Imaginary Friends: Linus and Alora successfully brings fantasies to life using a live band, dancers, original video projections, and slapstick comedy. by Cara Ober
If you’ve ever fallen in love with a fantasy novel and then watched the movie version, you understand the difference between believing and seeing. One type of connection is magical, seamless, and complete while the other, even with high-tech and high-cost effects, tends to be a flawed and limited experience. To create a successful visual representation of fantasy, there is always a fine line between too much and too little, between literal and allegorical, and this is especially crucial for live theater.
Linus and Alora, the newest play at Single Carrot Theatre directed by Genevieve de Mahy, embraces a hyperbolic approach, as it attempts to bring imagination to life. Besides credible, solid acting, this over-the-top production employs a live band, dancers, and stream-of-consciousness video projections to mirror the plot, which veers into whimsy, grief, sentimentality, dark humor, and slapstick hilarity.
The play opens with Alora (Susannah Edwards), a young woman, at the doctor’s office. You learn that she had cancer as a child, and that it has returned. “How long do I have?” she asks. “No more than nine months,” the doctor replies. Immediately, two macabre and sexy dancers appear for a flamenco-esque interlude and a live band, including guitar, clarinet, banjo, and mouth harp, emerges to accompany them. All participants wear white face make-up with blacked eye sockets to create an otherworldly visage. A menacing chorus of doctors, wearing white coats and pantyhose over their faces, dances aggressively around Alora until she collapses on the floor. What can you do when faced with such terrible news? Alora resolves to cope with her illness the same way she did as a child—to escape into fantasy.
“A lot can happen in nine months,” is the line repeated by several characters during the one-act play, in a number of different contexts. Rather than telling her husband, Linus (Nathan A. Cooper), that she is dying, Alora imagines that she is pregnant. Her son-to-be appears and they have a warm conversation. Then, a trio of imaginary brothers—Neal, Owen, and Arthur—arrives. Their bumbling, good-natured, and sometimes violent outbursts are nearly identical to the antics of The Three Stooges, and they entertain and console Alora. Though Linus can’t see or hear the imaginary visitors, he goes along with the charade. He is thrilled to learn his wife is pregnant and he begins to fill their house with stuffed animals for the child.
The set in this simple black box verges on minimal, but works to effectively separate reality from fantasy. A black balcony, equipped with a sliding board in one corner functions as the couple’s apartment while a glowing tent, at the opposite end of the theater serves as a source for fantasy characters. A pit full of stuffed animals on the floor is the central emphasis of the stage and it creates a sense of unreality, and also allows characters to fall comfortably and balance precariously above it. The audience is seated in three sections of the theater, and much of the action unfolds in the same spaces, so that the audience is informally integrated with the production. Throughout the play, a large numerical timer on the wall is adjusted, with the numbers growing smaller and smaller, an ominous reminder of Alora’s shrinking future.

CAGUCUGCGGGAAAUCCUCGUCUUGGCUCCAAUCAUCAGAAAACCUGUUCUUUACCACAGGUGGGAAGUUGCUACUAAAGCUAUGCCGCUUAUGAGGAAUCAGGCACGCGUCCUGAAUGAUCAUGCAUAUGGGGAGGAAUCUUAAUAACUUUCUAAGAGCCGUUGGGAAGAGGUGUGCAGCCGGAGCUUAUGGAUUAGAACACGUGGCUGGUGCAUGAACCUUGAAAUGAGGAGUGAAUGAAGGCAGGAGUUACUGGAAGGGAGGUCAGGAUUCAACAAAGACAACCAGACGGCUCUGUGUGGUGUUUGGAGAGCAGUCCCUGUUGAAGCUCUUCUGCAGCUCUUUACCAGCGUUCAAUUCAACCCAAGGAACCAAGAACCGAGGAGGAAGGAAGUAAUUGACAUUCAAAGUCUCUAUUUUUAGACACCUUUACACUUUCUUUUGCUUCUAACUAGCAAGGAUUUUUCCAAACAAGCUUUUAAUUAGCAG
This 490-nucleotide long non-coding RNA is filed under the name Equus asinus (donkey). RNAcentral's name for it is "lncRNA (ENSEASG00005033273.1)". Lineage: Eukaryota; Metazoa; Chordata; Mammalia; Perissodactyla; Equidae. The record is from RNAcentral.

As Alora’s condition becomes worse, her imagination becomes more vivid. In the beginning, Linus resists Alora’s fantasies and is unable to share them, so he offers sensible alternatives. When Alora pleads with him to take her “to the stars,” Linus replies, “What’s wrong with the park?” When an emergency strikes, Linus has no other choice, but to call on his wife’s fictitious brothers for help. Instead, he is confronted by his own childhood imaginary friends who take him back in time to the source of his resistance to fantasy. After his emotional breakthrough, Linus is able to fully embrace the world that becomes more and more necessary for Alora to escape to. The couple dances, laughs, and fantasizes about their child together, despite Alora’s static waistline. As the numbers count down, their relationship becomes more tender and intimate, and their collective imaginings become more and more complex.
Throughout the play, stream-of-consciousness video footage plays on several of the empty black walls of the theater. Projected imagery includes shooting stars, Old West landscapes, medical technology, and balloons, as well as original stop motion and painted animation which depicts Alora’s past. This is such an effective way to create changes in scenery and mood, as well as to access imaginary worlds, it’s amazing that more theatrical productions doesn’t use this technique. Single Carrot Theatre employed five local artists to create the video footage: Chris Hartlove, Diana Peralita, Justin Salvia, Sandylee Triolo, and Jane Westrick all contributed different images and subject matter that blend together in the production.
There are times when the high-tech, multi-sensory effects distract from the emotional intensity of the play, but, for the most part, the audience is complicit in Linus and Alora’s fantasy world. Although this production emphasizes literal seeing – illustrating past events in video, for example – it also allows room to connect with the characters and maintains a high level of emotional involvement. Despite a tragic outcome, Linus and Alora manages to shine a ray of hope on the power of loving relationships and cultivates a strong belief in creative visualization as a tool for solace and even humor, in the face of a dire circumstance.
Linus & Alora by Andrew Irons at Single Carrot Theatre runs June 10th – July 10th
Thursday, Fridays & Saturdays @ 7:30pm / Sundays @ 2:30pm